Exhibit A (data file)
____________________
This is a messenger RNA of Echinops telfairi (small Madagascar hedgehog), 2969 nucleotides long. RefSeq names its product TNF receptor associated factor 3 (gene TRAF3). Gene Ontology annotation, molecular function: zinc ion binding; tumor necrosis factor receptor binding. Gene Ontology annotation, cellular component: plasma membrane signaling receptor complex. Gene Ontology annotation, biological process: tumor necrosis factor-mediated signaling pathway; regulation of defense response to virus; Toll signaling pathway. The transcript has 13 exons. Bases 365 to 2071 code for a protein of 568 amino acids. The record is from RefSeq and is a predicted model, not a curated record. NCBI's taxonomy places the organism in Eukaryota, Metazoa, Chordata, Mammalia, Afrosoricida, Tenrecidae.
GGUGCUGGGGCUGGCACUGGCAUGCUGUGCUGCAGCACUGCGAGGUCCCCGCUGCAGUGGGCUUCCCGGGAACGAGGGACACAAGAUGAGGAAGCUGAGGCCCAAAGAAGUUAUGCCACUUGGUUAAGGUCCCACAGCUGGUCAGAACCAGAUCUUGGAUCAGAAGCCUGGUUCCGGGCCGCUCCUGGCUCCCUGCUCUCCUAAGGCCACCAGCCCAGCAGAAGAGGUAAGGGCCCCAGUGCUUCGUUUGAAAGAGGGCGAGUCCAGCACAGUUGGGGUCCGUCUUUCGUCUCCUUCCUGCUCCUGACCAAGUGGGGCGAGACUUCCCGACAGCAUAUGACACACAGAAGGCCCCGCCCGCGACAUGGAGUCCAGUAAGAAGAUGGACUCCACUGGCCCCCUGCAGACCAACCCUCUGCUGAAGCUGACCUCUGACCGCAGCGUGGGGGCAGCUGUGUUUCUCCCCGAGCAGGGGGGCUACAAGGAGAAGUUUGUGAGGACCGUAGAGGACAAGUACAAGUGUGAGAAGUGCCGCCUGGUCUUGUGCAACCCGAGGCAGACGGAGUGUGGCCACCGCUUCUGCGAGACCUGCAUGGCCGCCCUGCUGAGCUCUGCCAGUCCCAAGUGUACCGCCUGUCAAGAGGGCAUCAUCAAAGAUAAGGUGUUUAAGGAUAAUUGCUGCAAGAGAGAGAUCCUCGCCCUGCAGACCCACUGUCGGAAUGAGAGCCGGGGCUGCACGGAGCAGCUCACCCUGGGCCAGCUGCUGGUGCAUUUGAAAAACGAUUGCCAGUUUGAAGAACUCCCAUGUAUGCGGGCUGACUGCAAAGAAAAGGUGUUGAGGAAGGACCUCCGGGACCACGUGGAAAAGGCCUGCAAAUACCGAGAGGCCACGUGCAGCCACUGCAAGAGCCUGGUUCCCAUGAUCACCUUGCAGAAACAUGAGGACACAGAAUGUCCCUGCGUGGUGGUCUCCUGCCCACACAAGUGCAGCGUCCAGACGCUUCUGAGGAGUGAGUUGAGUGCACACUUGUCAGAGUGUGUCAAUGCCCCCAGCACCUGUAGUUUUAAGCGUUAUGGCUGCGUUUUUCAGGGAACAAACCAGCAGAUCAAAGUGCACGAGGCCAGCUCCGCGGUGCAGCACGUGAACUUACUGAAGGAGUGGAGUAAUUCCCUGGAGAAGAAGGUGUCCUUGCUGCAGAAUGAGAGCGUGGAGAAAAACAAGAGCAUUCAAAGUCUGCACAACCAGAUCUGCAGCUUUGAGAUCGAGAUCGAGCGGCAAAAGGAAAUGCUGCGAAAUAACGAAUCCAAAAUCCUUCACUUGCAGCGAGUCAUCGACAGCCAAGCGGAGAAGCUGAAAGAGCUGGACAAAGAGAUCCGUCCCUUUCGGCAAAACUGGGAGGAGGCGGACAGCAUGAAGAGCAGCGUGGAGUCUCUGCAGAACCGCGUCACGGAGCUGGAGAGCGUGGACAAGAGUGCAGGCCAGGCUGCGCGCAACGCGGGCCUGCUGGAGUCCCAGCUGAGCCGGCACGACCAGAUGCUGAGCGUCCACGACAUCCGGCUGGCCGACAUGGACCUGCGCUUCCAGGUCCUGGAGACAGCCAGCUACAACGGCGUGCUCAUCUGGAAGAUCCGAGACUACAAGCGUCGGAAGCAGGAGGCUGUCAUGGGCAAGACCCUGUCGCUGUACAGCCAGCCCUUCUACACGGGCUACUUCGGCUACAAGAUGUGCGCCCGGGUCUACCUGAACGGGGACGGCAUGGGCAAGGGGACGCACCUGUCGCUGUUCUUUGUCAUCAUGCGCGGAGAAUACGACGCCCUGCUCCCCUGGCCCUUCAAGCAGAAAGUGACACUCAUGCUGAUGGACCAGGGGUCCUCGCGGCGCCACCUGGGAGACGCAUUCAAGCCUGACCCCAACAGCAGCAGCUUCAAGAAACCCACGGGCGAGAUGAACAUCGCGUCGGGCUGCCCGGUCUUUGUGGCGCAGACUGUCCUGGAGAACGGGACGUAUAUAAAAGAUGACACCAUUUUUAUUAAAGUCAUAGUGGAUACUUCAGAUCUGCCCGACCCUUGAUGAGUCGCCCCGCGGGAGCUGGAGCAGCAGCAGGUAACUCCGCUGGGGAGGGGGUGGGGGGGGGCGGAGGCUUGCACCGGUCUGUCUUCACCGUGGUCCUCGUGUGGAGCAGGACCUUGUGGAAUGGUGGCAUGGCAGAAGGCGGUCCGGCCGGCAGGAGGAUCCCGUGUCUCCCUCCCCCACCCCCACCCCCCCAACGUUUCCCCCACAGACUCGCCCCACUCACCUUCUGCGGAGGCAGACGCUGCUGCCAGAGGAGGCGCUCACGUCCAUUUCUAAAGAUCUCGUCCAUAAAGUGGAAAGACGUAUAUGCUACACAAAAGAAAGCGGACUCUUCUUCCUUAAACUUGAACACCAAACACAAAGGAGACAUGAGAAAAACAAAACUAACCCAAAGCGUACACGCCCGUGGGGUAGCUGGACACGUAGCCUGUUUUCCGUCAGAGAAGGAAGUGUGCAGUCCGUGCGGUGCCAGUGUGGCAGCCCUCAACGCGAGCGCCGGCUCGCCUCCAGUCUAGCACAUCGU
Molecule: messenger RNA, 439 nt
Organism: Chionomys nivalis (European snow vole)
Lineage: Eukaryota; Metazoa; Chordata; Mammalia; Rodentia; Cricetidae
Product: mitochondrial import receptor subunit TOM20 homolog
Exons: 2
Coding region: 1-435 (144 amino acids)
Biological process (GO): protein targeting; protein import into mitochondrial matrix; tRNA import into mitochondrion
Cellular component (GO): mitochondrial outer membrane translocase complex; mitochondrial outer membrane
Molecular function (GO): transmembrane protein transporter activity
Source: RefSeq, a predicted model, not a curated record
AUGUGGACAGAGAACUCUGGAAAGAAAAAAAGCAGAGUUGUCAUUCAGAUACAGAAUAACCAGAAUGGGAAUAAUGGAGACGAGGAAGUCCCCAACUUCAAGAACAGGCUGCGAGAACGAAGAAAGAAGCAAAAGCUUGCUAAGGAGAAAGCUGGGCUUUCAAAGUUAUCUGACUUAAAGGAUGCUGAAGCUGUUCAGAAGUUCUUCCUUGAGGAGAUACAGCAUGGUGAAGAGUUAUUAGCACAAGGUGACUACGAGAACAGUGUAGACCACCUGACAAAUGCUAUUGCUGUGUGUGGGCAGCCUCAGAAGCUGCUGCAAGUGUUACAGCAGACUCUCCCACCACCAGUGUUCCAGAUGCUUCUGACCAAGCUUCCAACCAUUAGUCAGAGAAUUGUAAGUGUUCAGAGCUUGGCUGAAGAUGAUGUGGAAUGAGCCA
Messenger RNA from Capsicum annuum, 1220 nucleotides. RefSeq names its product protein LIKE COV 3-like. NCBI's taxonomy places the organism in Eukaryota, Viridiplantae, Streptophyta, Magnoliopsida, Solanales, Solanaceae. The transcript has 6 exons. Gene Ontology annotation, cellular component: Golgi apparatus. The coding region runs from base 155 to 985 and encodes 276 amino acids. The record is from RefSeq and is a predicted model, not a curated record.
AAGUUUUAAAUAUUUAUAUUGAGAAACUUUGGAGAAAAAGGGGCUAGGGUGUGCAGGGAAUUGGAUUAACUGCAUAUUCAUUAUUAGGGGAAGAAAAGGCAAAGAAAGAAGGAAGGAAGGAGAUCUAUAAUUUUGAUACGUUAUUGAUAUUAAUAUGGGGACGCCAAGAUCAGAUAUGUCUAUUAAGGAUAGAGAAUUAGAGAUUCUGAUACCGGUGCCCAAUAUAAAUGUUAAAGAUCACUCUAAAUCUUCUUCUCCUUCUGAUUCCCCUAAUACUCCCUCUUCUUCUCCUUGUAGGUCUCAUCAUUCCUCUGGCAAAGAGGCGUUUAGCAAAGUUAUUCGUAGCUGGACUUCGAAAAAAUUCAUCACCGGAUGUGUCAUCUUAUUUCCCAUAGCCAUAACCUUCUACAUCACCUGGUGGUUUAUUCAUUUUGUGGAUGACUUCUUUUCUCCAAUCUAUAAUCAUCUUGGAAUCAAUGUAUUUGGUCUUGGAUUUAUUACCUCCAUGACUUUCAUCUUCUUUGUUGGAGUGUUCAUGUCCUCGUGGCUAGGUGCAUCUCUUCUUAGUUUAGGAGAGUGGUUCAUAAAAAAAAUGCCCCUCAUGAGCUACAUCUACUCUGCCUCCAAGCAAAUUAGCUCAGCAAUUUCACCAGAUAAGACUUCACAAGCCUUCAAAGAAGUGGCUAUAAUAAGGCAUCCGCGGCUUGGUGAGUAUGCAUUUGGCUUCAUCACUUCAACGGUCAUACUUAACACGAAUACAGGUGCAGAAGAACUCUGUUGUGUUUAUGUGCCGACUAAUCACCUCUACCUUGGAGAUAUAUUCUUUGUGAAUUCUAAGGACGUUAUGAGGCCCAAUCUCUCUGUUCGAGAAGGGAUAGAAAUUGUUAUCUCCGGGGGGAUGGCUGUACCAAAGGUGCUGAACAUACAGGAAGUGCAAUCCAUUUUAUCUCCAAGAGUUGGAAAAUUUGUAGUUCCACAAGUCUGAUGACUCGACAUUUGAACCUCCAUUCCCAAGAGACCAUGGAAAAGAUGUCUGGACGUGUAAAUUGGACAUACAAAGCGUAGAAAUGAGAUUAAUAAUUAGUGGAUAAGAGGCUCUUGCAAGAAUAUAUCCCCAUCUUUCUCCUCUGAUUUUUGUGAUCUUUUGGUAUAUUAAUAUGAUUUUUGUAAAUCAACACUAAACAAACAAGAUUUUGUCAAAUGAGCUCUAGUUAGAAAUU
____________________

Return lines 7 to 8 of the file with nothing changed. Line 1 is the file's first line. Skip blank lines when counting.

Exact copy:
Exons: 2
Coding region: 1-435 (144 amino acids)